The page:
Here are the models organized by the categories for OPSDModels are most useful when they focus on only one or two aspects of a system. If there are too many pieces of information modeled or the syntax is complex to understand, the model quickly loses its value. With that in mind, RML models are designed with the simplest syntax possible that still allows the model to convey the information needed.The language is a toolbox of models to choose from so you can pick and choose what you need at any given time.The RML models described today are the models proven to be most useful in analyzing software requirements. These are ones that we think you can apply to just about any project immediately, no matter where you are. You might do a slight variation on the pure model, but it should be something manageable. And it’s likely we are introducing you to at least one new model here.
This approach is one that most projects can implement at any stage, and will provide immediate improvement. You can see from this process flow, that the approach is simple, and we have purposefully designed it to be that way. We will be talking about each step of this approach.
[switch to Tony]Before we do, lets give you a quick introduction to Blueprint …..Blueprint is a modern, centralized, web-based requirements defn and management platform ….It lets you Author requirements using a wide range of Visual editors.It lets you Validate requirements with online reviews that leverage simulation, and can generate documents automaticallyIt lets you Manage requirements with traceability, versions and baselines, visual differencing, and the ability to reuse requirements – even across projectsIt lets BAs, Managers, and IT Leaders Monitor requirements activities, status, progress across a project or portfolio of projectsIt lets teams – whether colocated or remote – collaborate on requirements using a range of built-in social featuresSince Blueprint is totally focused on requirements and getting them right… we need strong integrations with toolsets in the rest of the lifecycle. To that end Blueprint provides <read>And finally its important to note that Blueprint is an Enteprise-Class solution - and a big part of that is an ability to administer across large, distributed teams of users. Blueprint provides a central ‘system of record’ for the requirements with access managed through role based security for users and groups. It’s also highly configurable allowing it to be tailored to suit the needs of individual projects and support virtually any process.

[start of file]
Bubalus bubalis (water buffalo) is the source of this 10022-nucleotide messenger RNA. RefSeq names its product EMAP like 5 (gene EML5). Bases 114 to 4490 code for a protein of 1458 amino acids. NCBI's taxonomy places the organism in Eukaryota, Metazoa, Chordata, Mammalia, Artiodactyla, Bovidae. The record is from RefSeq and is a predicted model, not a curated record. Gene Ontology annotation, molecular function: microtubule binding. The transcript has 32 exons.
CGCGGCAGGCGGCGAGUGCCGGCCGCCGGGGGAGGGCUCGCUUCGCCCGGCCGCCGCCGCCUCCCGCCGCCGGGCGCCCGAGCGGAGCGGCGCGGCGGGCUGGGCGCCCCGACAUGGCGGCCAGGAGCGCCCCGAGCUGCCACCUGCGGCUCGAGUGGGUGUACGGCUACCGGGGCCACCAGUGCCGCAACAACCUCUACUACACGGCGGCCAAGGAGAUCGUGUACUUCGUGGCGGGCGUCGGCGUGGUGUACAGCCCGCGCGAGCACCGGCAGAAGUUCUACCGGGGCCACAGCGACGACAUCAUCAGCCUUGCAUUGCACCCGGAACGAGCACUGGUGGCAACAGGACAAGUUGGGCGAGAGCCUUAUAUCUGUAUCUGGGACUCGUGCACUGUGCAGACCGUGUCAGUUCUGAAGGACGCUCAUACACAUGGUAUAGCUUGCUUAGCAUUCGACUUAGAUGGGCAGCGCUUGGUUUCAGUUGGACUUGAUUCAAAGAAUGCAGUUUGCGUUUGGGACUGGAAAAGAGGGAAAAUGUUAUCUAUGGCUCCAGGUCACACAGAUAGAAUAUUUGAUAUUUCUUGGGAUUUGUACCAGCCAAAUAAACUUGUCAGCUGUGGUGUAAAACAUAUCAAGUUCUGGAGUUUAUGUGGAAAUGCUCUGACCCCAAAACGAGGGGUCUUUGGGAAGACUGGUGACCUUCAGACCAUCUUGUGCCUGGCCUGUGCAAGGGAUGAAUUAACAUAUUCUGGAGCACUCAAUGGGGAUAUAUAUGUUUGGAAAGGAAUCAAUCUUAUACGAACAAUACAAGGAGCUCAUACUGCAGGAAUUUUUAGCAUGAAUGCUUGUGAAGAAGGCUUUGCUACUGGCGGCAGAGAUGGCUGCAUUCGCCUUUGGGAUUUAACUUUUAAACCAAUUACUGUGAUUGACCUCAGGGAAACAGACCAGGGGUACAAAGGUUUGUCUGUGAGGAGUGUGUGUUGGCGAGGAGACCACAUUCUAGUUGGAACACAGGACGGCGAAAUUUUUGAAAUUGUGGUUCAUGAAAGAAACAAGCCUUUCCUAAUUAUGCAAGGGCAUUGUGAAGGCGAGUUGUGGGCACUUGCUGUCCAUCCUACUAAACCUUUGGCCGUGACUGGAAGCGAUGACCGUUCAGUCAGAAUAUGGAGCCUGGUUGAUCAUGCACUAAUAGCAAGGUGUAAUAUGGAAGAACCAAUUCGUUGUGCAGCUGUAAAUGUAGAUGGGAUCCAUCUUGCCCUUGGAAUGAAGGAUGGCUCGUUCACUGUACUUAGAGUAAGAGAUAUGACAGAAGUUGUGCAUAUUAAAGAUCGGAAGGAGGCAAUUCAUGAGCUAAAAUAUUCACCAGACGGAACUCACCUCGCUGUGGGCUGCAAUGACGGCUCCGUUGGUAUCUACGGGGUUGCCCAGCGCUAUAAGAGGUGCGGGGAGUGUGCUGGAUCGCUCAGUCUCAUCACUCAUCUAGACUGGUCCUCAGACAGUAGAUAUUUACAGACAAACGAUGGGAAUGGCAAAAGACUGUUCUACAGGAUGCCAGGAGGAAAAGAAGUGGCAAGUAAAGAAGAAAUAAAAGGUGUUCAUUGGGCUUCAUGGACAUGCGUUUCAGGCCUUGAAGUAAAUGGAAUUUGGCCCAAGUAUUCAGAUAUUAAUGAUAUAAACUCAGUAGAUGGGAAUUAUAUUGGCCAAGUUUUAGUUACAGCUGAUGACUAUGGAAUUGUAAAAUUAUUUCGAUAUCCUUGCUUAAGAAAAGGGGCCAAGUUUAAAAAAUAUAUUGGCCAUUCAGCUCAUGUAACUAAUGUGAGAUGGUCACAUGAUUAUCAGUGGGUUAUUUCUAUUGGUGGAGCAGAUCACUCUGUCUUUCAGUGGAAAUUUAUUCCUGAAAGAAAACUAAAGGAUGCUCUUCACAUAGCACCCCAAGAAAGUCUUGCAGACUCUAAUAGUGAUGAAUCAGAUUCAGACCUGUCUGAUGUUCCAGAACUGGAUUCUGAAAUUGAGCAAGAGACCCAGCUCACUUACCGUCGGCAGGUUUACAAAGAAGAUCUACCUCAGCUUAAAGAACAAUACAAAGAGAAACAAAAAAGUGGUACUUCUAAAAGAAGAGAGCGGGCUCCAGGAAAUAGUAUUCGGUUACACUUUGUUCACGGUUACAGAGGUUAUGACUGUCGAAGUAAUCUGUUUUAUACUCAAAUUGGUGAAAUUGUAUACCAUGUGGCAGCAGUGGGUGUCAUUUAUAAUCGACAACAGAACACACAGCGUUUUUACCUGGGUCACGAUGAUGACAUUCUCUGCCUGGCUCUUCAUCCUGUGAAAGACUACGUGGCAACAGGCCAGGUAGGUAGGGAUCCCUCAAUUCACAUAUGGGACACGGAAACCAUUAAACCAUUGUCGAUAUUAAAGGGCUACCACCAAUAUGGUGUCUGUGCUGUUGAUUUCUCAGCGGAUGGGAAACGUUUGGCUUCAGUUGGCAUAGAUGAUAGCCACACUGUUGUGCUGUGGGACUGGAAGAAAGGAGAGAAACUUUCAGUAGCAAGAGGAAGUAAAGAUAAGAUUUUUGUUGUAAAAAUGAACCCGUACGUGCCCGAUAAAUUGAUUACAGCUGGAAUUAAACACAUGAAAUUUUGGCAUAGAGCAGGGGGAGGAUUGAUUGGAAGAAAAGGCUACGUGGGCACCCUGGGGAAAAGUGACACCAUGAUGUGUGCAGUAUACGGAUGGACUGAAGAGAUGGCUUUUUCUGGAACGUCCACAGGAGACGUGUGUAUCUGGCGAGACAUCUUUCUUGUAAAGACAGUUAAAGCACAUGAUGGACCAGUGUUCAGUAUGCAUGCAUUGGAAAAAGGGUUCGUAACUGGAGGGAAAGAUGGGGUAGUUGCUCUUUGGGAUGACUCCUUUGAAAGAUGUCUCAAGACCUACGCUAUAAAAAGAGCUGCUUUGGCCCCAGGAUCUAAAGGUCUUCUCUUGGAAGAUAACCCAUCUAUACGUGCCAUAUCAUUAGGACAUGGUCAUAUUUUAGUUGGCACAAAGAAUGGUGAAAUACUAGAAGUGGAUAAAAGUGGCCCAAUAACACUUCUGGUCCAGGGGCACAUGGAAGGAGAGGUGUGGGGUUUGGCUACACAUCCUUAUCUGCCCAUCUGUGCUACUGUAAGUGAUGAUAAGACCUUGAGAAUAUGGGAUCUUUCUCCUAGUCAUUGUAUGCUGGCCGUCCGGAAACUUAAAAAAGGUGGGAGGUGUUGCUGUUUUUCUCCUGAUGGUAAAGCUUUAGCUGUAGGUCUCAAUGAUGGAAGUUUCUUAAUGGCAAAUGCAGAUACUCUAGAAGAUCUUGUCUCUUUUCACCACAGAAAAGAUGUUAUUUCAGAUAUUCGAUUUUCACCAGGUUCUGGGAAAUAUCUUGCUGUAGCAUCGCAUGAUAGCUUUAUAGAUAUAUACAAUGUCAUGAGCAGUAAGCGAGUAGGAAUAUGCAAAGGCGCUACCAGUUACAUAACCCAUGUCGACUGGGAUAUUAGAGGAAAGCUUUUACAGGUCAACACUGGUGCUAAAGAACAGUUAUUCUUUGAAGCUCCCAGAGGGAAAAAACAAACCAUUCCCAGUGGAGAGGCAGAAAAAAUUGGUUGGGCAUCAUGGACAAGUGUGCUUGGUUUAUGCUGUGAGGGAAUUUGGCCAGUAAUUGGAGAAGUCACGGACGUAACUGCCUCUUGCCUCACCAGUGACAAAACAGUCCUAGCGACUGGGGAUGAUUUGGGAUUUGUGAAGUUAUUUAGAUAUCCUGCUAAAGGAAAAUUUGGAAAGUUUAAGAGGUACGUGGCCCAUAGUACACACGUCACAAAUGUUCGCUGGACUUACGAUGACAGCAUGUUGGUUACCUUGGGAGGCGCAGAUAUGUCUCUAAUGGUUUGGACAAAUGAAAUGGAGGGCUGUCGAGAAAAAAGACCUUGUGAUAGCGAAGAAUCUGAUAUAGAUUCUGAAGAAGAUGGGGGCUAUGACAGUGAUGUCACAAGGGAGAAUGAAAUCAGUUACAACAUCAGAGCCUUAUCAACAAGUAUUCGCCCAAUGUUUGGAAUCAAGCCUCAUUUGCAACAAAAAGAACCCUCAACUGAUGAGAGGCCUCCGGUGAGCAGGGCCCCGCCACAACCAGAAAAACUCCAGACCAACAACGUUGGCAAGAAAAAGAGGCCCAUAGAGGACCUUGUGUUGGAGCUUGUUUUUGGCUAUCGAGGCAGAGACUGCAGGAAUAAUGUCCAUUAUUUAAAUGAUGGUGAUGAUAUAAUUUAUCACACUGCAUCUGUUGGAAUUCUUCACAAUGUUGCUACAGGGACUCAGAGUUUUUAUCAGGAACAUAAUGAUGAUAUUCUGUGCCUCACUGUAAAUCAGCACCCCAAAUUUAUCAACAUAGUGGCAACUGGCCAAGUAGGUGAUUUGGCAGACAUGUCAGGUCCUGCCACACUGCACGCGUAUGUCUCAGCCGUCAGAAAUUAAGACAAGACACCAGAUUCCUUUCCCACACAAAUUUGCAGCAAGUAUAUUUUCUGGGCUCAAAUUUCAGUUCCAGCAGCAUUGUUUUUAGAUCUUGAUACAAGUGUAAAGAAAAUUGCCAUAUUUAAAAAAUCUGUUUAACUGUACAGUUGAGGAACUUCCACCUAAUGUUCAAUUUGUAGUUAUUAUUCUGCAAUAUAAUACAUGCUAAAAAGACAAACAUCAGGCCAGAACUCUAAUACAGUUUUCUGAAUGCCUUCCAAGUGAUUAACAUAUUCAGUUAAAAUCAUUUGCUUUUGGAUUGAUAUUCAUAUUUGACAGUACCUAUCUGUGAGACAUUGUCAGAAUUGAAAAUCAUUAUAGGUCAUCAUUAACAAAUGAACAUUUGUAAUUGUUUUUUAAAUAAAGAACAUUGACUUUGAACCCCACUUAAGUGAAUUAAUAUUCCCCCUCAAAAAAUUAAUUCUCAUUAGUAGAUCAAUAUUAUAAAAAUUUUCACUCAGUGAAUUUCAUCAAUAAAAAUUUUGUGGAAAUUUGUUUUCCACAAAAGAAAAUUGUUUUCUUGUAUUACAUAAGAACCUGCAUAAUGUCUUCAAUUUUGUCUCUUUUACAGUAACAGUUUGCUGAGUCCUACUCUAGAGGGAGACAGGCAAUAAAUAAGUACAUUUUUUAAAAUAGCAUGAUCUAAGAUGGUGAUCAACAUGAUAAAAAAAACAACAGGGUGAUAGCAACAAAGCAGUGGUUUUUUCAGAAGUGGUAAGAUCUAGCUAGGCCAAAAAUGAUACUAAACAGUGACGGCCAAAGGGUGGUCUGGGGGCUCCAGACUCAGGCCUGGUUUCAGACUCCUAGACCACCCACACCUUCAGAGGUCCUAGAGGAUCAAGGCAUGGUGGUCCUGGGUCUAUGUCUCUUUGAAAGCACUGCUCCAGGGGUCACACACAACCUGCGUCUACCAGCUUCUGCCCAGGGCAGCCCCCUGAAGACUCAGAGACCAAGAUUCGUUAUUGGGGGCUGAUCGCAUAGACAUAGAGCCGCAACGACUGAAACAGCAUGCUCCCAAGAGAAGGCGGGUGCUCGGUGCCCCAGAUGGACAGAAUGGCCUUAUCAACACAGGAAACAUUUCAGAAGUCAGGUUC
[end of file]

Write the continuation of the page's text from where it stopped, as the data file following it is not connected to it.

< switch to live product. 3min introduction>